A TEENAGER accused of killing her newborn baby was “believed” to be “in denial” about expecting a baby, a court heard.
Paris Mayo, 19, who was 15 when she “suddenly and unexpectedly” gave birth alone in the living room of her Wye Valley family home in March 2019, denies murdering the infant.
Worcester Crown Court has been told that she concealed the birth from her parents and older brother, who didn’t know she was pregnant, and left the baby in a bin bag on the doorstep of her Ross-on-Wye house.
The prosecution allege that Mayo, now of Ruardean, assaulted the boy, causing head injuries, and put cotton wool into his mouth, suffocating him.
Former West Mercia Police officer David Thomas told the trial that Hereford County Hospital consultant paediatrician Dr Tom Dawson “believed Paris had been in denial during her pregnancy”.
Referring to his notebook, Mr Thomas said that during a conversation at the hospital between the consultant and the teenager, she: "Didn't know what family would think. Didn't know what to do, but wanted to hide it from mum. Put it in a bag."
Another entry in the notebook added: "Sounds like she thought she might be pregnant, but was in denial."
Referring to notes of an earlier conversation with Mayo in her hospital bed, Mr Thomas said her half-sister had asked: "Why didn't you tell mum?”, to which she replied: “She's got a lot going on with Dad,” – a reference to the illness of her father, who was having dialysis upstairs at the time of the birth in their Springfield Avenue home and died 10 days later.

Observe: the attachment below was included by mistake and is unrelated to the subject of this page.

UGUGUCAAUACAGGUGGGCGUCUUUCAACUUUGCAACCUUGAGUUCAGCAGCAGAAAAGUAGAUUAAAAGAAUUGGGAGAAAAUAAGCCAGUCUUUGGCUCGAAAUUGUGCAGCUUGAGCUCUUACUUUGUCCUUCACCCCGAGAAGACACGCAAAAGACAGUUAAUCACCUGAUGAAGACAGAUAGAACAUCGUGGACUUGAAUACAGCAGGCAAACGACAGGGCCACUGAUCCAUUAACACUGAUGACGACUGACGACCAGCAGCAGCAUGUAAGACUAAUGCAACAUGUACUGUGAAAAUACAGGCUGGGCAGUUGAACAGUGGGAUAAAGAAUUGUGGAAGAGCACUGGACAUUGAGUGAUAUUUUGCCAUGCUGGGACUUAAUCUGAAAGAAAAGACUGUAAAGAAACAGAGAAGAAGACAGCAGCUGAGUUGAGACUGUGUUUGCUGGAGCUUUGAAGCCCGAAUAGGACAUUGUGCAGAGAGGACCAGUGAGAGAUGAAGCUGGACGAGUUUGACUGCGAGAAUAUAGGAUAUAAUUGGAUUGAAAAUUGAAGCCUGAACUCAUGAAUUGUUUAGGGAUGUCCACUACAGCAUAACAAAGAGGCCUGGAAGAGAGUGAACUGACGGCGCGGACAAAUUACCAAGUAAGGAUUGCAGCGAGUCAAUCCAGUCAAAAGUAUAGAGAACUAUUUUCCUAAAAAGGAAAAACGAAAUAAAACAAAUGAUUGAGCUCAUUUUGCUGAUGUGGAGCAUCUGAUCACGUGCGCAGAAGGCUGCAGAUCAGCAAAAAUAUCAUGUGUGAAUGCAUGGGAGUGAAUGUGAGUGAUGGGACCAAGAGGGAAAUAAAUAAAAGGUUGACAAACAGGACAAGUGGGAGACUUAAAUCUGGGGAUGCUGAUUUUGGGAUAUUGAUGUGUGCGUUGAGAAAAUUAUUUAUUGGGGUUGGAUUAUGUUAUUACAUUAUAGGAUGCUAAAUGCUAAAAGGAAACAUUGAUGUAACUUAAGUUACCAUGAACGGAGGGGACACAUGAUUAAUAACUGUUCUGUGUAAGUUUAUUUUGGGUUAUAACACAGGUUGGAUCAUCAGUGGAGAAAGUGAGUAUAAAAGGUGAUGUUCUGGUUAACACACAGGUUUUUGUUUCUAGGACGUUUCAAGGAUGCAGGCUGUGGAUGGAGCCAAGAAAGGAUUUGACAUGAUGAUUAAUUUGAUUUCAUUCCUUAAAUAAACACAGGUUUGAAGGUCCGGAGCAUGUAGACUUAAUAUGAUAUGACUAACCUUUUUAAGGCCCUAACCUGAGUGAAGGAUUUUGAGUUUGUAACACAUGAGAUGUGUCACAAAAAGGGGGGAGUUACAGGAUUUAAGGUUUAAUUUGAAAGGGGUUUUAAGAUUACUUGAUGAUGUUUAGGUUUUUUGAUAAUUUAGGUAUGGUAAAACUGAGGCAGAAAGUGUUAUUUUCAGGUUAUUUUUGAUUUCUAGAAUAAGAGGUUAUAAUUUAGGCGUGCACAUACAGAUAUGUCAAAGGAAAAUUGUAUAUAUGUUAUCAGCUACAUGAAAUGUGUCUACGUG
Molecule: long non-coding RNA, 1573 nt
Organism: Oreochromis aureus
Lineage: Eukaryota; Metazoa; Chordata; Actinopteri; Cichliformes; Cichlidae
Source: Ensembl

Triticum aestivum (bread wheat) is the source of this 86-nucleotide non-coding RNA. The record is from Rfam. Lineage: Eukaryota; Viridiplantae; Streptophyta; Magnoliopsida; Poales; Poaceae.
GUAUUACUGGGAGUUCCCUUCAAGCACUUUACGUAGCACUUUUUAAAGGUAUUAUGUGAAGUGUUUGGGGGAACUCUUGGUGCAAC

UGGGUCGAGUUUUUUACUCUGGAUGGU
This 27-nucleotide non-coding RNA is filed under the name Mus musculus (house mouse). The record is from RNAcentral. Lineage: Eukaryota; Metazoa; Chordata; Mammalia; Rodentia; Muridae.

Mayo - a pupil at John Kyrle at the time, who later attended Monmouth Comprehensive School – also allegedly said she had told a boy she might be pregnant, the court was told.
Mr Thomas told the court he also spoke alone to the consultant to clarify several points.
“Dr Dawson believed that Paris had been in denial during her pregnancy. Which is why it is not clear whether she knew about it - or not,” he said.
The former detective constable also recounted of Mayo’s explanation to the doctor: "Had baby downstairs, didn't know, it just came out. It came out and banged head.
"Removed (umbilical) cord from neck to see if it would start breathing.
"Baby made no noise, waiting for him to make a noise, but it didn't.
“Was pressing his heart to see if it would help.
"Didn't know what to do. I was reeling. Oozing from mouth, cotton wool in mouth to stop."
She allegedly added: "In back room by kitchen, couldn't feel pulse when unwrapped cord. Crying after and (I) went to bed.”
She told doctors that in the run-up to the birth of the baby - posthumously named Stanley – she had experienced "light periods" and said "all my clothes still fitted”, the jury heard.
Earlier this week, the court heard evidence from her brother George of a text she sent the morning after the birth, which had happened around 9.30pm, asking him to put the bin bag on the doorstep of their Springfield Avenue home into the bin.
Their mother then made the shock discovery of the baby’s body inside.
Jurors have been played the 999 call made immediately afterwards by Mayo’s mother, who can be heard sobbing.
The trial, expected to last six weeks, continues.